Friday, March 7, 2014

56 Songs in the Key of Life (1976) Stevie Wonder

  1. Love's In Need Of Love Today
  2. Have A Talk With God
  3. Village Ghetto Land
  4. Contusion
  5. Sir Duke
  6. I Wish
  7. Knocks Me Off My Feet
  8. Pastime Paradise
  9. Summer Soft
  10. Ordinary Pain
  11. Isn't She Lovely
  12. Joy Inside My Tears
  13. Black Man
  14. Ngiculela - Es Una Historia - I Am Singing
  15. If It's Magic
  16. As
  17. Another Star

No other artist has the effect on me that Stevie Wonder does. He's unique amongst musicians as far as I'm concerned because there's nobody else who can provide such extreme reactions in during the course of one album.

There are moments on Songs in the Key of Life that I genuinely can't stand. The album opens with Love's in Need of Love Today which is Wonder at his most syrupy and tedious. It's a seven minute plod down the middle of the road and easy listens its way through a run time which is both boring and irritating in equal measures. I've often wondered how someone like Hendrix could choke on his own vomit but listening to Loves' in Need of Love today I think I finally understand. It's a track that is capable of sending you to sleep while forcing you to propel your lunch at the same time. Hendrix probably got to about the five minute mark before his brain shut down and his stomach went into eject mode. It's possible this song killed Jimi.

A few songs later, Wonder manages to create a similar effect with Village Ghetto Land which is just a tuneless list of complaints about ghetto life (apparently people are eating dog food) sung over a string section who sound like they're trying to work out what happened to the rest of the band (they were probably sitting around saying "Dog food? Really? Dog Food?") It's terrible stuff as is If It's Magic which features nothing but Wonder's vocals accompanied by a harpist playing every cliche her instrument has to offer.

If the entire album was like the opening few tracks I'd be howling with complaint and shedding tears of sorrow at its extended running time. Thankfully this is not the case.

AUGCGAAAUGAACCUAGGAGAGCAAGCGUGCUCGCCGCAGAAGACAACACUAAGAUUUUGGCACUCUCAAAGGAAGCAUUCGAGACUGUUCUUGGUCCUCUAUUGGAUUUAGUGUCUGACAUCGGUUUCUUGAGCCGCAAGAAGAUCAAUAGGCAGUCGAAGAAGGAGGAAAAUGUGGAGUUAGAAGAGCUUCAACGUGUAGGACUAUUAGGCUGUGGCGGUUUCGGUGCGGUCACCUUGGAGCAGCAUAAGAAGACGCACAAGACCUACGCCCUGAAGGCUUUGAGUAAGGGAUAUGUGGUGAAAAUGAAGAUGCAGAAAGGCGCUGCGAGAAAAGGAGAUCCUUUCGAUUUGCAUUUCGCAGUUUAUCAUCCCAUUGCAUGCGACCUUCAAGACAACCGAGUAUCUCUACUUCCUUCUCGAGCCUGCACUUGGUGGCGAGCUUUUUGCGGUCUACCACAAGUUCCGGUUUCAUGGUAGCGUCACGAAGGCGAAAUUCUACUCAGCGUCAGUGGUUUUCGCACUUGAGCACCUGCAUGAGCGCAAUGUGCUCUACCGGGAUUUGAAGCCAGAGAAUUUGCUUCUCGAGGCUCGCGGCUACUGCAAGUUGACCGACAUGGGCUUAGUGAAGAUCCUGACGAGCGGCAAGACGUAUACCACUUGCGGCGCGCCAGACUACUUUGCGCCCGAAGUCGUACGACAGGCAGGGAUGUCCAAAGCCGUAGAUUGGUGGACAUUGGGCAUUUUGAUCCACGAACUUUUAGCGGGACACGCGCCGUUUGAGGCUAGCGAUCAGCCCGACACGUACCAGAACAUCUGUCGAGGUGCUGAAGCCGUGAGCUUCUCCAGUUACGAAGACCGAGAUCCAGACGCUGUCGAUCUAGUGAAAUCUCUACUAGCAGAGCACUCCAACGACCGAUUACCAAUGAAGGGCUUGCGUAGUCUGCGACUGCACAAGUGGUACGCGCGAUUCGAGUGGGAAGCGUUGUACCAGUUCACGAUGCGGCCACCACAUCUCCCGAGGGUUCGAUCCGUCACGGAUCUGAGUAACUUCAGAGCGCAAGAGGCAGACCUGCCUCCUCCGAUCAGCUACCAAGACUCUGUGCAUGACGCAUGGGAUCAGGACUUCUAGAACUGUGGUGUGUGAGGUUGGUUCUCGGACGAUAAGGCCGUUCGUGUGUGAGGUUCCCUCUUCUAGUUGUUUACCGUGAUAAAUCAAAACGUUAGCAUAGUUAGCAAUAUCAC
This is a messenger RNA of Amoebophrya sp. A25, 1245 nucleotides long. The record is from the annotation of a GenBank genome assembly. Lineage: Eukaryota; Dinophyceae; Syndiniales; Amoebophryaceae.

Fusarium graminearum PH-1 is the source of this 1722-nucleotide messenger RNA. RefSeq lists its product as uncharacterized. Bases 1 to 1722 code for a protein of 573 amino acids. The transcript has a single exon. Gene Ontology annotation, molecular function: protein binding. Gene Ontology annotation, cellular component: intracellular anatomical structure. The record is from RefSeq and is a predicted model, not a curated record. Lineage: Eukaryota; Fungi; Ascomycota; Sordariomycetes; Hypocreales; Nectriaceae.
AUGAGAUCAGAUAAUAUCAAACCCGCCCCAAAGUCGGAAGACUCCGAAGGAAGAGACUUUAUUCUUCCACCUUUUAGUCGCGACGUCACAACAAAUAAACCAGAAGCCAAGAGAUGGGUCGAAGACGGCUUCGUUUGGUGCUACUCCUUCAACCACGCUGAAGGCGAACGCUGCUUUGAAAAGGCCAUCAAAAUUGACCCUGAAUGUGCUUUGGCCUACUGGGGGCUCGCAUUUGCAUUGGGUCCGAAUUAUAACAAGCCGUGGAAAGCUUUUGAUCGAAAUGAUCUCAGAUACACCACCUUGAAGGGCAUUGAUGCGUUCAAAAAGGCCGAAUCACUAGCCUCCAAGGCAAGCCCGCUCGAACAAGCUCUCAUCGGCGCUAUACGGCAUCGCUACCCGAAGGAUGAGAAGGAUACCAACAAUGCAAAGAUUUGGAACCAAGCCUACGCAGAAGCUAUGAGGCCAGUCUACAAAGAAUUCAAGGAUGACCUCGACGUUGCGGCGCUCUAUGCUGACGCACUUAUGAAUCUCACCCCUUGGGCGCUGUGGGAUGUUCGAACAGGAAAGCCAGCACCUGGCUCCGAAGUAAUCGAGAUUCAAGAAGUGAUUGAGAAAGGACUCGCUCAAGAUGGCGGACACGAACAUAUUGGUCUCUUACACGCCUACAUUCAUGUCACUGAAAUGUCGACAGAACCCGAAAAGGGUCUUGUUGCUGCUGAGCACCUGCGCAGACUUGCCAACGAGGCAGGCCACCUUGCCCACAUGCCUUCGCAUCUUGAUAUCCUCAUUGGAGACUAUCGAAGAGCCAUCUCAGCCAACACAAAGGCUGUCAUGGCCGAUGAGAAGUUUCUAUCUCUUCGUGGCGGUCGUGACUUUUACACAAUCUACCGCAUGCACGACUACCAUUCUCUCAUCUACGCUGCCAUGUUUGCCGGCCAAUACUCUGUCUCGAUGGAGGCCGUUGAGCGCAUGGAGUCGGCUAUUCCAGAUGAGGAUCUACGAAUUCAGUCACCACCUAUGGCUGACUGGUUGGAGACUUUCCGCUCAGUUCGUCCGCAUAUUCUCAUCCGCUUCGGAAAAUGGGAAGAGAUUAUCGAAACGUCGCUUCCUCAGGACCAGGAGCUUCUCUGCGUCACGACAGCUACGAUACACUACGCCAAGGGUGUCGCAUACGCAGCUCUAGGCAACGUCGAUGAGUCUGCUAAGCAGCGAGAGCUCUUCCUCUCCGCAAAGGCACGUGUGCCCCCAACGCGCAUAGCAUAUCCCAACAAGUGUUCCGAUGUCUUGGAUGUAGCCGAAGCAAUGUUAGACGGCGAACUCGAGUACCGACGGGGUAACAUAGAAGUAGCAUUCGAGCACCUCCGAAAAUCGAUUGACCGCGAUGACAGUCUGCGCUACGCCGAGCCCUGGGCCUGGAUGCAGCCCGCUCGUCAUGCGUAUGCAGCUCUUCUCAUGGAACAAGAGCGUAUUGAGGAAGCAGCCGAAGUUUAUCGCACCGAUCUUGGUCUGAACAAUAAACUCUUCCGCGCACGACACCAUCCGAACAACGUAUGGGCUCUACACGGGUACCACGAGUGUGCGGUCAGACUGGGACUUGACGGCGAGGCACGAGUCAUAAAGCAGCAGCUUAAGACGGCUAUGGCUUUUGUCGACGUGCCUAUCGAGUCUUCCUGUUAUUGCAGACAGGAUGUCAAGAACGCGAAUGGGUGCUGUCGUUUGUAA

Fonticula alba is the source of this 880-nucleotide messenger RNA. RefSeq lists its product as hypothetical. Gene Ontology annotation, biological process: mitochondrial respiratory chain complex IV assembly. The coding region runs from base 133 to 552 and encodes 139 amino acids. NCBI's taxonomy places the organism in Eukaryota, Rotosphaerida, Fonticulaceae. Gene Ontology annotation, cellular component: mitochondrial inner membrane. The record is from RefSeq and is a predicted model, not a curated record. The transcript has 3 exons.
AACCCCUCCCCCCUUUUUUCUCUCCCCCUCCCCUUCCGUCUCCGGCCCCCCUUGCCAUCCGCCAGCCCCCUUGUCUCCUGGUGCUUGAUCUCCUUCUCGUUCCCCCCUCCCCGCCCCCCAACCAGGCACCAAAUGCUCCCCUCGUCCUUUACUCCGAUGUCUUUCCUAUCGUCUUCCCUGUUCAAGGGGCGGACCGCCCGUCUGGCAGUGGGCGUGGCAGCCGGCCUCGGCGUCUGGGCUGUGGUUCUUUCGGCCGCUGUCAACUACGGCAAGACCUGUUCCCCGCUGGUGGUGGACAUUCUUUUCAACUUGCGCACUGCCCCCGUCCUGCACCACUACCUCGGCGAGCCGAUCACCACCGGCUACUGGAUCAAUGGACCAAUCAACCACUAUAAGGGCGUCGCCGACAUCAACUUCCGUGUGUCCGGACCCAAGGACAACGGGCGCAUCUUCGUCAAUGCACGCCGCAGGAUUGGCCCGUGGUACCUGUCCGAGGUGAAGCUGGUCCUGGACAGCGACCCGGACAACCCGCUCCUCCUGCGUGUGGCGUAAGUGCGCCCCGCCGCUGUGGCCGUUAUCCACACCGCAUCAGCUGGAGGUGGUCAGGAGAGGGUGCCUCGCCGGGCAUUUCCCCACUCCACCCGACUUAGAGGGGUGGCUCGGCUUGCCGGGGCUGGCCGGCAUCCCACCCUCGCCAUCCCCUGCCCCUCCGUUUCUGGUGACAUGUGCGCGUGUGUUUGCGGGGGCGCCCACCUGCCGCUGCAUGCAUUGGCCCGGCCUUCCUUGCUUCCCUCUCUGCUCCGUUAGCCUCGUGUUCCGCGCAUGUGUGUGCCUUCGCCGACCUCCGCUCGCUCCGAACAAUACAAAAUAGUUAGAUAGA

I Wish is four minutes of perfect funk of the sort that only Wonder can do. It's got a rock solid rhythm which propels it along driven by horn blasts and Wonder's soulful voice. It's fantastic and the sort of track that you have to turn up loud and rock along to. It even makes you want to get up and dance. I Wish knocks me off my feet and I wish the whole album was as good. Sadly it stops and Knocks Me Off My Feet starts which is immediately a return to the bland and awful Wonder that started the album off. I can't think of another artist who can lift me up so high and then drop me so low in the course of a single album.

I had the same reaction listening to Talking Book (which has the highs of Superstition and the lows of Looking for Another Pure Love) and Music of My Mind (which starts off on a huge high with Love Having You Around but falls away when songs like Seems So Long comes along). If there is a compilation of just Wonder's upbeat funk out there then I'd buy it and treasure it as a great album. A collection of his love ballads however would have me running for a mile.

Unlike his two other inclusions in the list however there is more variation on Songs in the Key of Life. It's a double album which gives him room to explore other feelings and moods rather than ballad and funk. Contusion for example is an instrumental jazz fusion experiment which sounds like most other Jazz Fusion experiments. If that's your thing then it's probably a great addition to the album, if it's not then you're probably a lot less keen.

One of Songs in the Key of Life's most famous tracks is Past time Paradise which Coolio subsequently turned into Gangsta's paradise and Weird Al Yankovic turned into Amish Paradise. I wonder how many people who loved and enjoyed Coolio's smash hit realised just how much it owed to Stevie Wonder's original? The famous chorus of Gangsta's Paradise is lifted wholesale from Wonder's original track and he deserves much more than just a co-writing credit giving him equal billing with three other guys.

There's some great stuff on Songs in the Key of Life. I Wish, Black Man and As are all worth multiple listens and Past Time Paradise deserves to be appreciated in its original form (because the lyrics are much better if nothing else). But there's also a lot of horribleness that I never need to hear again. Wonder is the only person I can think of whose highlights are so great but whose lowlights are so truly terribly low.

Favourite Amazon Customer Review Quote: "Stevie, I love you. You are my favorite Presbyterian."

-Just out of interest: who rounds out the rest of your great Presbyterian top ten?

So is this key of life opening your door or are you slamming it in Stevies Face? Let me know below.

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